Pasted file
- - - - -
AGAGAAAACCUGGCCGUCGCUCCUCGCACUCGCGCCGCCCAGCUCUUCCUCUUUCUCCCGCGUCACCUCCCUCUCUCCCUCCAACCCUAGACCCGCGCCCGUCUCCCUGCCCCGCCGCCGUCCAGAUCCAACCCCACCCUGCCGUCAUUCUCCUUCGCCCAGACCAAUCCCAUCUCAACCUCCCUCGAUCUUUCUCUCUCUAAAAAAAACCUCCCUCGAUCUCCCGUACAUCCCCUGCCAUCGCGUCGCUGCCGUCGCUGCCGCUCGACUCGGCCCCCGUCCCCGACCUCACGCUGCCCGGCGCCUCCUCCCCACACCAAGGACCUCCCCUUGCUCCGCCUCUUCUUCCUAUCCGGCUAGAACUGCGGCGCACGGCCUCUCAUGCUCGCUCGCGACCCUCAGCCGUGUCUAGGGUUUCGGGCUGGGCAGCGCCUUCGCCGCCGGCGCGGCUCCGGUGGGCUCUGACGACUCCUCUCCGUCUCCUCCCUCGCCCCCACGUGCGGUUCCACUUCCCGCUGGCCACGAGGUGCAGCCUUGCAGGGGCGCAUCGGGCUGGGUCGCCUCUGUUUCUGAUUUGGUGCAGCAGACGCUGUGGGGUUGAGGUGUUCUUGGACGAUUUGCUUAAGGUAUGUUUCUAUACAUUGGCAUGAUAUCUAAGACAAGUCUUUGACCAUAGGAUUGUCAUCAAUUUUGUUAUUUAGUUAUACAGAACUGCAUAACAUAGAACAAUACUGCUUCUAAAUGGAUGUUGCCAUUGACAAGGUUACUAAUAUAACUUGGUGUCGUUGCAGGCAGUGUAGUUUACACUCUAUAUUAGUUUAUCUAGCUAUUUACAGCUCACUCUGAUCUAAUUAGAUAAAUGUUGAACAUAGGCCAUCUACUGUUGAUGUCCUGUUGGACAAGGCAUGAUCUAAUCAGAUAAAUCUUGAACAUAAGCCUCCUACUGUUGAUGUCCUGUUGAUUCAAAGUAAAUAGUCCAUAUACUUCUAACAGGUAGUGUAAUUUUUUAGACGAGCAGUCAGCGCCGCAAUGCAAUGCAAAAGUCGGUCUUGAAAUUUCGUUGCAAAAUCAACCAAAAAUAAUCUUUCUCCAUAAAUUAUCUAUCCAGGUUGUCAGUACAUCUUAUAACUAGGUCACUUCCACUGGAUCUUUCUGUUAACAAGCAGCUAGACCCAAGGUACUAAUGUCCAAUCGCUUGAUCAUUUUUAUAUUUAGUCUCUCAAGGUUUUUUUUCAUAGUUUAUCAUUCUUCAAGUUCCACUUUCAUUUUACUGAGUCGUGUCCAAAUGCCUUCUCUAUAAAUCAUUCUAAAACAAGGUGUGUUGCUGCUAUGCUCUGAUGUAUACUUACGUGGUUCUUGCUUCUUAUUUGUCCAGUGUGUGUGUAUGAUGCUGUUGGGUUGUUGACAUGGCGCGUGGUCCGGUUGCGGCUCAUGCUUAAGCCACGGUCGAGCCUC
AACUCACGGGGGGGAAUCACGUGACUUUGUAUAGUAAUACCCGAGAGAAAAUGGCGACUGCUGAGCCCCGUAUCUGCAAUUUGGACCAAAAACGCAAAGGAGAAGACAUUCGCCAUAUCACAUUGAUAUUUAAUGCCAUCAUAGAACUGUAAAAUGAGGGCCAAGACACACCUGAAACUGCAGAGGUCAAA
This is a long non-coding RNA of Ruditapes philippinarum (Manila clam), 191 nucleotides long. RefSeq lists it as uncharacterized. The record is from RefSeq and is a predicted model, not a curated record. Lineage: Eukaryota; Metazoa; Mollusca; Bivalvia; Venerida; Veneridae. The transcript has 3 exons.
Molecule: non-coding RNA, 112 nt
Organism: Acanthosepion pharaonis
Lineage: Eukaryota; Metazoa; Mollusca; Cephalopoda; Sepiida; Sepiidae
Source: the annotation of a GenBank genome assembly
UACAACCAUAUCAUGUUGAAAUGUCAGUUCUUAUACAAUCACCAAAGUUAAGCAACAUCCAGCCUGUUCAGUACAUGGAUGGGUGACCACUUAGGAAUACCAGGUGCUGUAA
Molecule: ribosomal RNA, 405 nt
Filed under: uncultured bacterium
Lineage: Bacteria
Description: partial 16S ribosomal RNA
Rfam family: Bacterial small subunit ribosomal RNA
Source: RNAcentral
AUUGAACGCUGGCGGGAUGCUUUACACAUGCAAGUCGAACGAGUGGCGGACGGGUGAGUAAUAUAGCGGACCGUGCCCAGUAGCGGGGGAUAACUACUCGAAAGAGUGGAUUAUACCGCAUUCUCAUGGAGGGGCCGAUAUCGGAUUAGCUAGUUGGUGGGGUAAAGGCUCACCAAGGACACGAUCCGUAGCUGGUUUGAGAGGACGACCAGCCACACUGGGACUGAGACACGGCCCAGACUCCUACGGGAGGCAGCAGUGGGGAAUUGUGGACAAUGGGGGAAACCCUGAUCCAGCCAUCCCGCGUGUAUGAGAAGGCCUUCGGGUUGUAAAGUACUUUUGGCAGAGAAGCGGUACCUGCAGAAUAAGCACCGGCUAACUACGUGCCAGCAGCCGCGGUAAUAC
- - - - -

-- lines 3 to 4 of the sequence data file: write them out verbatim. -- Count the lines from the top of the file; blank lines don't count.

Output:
This is a long non-coding RNA of Ruditapes philippinarum (Manila clam), 191 nucleotides long. RefSeq lists it as uncharacterized. The record is from RefSeq and is a predicted model, not a curated record. Lineage: Eukaryota; Metazoa; Mollusca; Bivalvia; Venerida; Veneridae. The transcript has 3 exons.
Molecule: non-coding RNA, 112 nt